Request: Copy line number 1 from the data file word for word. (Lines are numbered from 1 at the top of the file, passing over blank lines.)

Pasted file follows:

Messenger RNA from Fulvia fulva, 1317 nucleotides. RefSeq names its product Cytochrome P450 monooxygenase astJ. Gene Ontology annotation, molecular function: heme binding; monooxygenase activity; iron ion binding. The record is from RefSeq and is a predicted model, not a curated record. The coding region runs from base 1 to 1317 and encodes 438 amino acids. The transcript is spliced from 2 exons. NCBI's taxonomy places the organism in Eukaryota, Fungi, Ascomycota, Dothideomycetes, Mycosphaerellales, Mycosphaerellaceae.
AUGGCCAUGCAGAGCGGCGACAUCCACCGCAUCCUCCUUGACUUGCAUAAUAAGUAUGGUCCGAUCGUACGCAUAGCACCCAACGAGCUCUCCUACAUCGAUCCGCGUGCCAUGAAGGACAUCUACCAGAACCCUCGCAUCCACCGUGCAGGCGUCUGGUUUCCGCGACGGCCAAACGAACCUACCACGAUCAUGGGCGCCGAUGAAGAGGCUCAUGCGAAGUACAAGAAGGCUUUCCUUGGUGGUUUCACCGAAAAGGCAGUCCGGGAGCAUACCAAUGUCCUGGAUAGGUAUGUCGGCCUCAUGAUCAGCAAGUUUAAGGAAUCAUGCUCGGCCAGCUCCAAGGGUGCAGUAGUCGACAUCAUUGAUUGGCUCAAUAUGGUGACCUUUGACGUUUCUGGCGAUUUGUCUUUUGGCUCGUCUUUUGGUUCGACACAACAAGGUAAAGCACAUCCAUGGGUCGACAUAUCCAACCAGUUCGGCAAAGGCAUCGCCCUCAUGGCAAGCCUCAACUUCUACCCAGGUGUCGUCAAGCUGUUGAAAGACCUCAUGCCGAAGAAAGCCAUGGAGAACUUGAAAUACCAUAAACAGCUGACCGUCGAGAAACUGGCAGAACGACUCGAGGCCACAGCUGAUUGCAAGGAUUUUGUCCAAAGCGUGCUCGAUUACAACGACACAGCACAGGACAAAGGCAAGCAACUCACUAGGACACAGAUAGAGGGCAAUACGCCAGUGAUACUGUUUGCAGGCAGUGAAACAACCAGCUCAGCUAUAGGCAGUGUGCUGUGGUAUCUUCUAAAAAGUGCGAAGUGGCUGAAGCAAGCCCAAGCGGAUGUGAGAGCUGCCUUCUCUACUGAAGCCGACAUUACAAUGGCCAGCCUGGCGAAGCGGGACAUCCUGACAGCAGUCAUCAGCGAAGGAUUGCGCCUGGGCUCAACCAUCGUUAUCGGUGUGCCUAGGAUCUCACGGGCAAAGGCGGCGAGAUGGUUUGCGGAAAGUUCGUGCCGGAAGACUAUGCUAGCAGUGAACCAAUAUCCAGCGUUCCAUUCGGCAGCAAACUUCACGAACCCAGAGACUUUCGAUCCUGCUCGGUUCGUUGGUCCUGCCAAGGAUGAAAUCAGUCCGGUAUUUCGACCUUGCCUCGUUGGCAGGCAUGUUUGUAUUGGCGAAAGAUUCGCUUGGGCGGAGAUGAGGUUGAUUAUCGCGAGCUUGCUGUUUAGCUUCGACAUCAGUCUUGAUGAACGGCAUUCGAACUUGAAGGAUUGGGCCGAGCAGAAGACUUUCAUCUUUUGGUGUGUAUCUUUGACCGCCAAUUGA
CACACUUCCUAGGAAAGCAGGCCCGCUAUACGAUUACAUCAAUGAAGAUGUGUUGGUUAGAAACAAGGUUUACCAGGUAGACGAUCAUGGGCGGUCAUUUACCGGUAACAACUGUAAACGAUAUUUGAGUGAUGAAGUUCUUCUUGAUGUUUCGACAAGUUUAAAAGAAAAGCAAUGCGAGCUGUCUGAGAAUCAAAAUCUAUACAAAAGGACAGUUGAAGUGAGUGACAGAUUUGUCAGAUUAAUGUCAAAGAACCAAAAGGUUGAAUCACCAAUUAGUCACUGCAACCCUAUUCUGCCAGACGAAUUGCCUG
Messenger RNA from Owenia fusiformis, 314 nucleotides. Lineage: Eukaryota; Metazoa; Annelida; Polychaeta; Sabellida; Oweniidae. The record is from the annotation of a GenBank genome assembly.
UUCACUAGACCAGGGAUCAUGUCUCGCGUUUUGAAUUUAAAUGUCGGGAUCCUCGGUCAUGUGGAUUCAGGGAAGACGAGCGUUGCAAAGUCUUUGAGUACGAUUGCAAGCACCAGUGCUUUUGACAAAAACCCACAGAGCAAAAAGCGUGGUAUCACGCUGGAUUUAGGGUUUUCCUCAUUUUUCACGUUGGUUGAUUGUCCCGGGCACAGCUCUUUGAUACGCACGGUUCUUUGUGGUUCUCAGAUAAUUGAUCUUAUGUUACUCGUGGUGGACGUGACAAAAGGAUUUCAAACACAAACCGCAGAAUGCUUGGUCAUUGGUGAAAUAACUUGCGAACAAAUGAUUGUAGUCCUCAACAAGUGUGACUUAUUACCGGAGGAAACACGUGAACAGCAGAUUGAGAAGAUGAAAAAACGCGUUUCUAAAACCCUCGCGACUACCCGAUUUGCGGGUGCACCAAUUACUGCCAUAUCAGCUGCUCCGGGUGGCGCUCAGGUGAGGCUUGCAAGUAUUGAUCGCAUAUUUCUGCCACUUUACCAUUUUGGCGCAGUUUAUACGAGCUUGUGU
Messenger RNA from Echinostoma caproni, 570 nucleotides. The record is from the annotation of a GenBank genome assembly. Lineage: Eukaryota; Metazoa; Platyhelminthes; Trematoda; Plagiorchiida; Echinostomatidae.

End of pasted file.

Messenger RNA from Fulvia fulva, 1317 nucleotides. RefSeq names its product Cytochrome P450 monooxygenase astJ. Gene Ontology annotation, molecular function: heme binding; monooxygenase activity; iron ion binding. The record is from RefSeq and is a predicted model, not a curated record. The coding region runs from base 1 to 1317 and encodes 438 amino acids. The transcript is spliced from 2 exons. NCBI's taxonomy places the organism in Eukaryota, Fungi, Ascomycota, Dothideomycetes, Mycosphaerellales, Mycosphaerellaceae.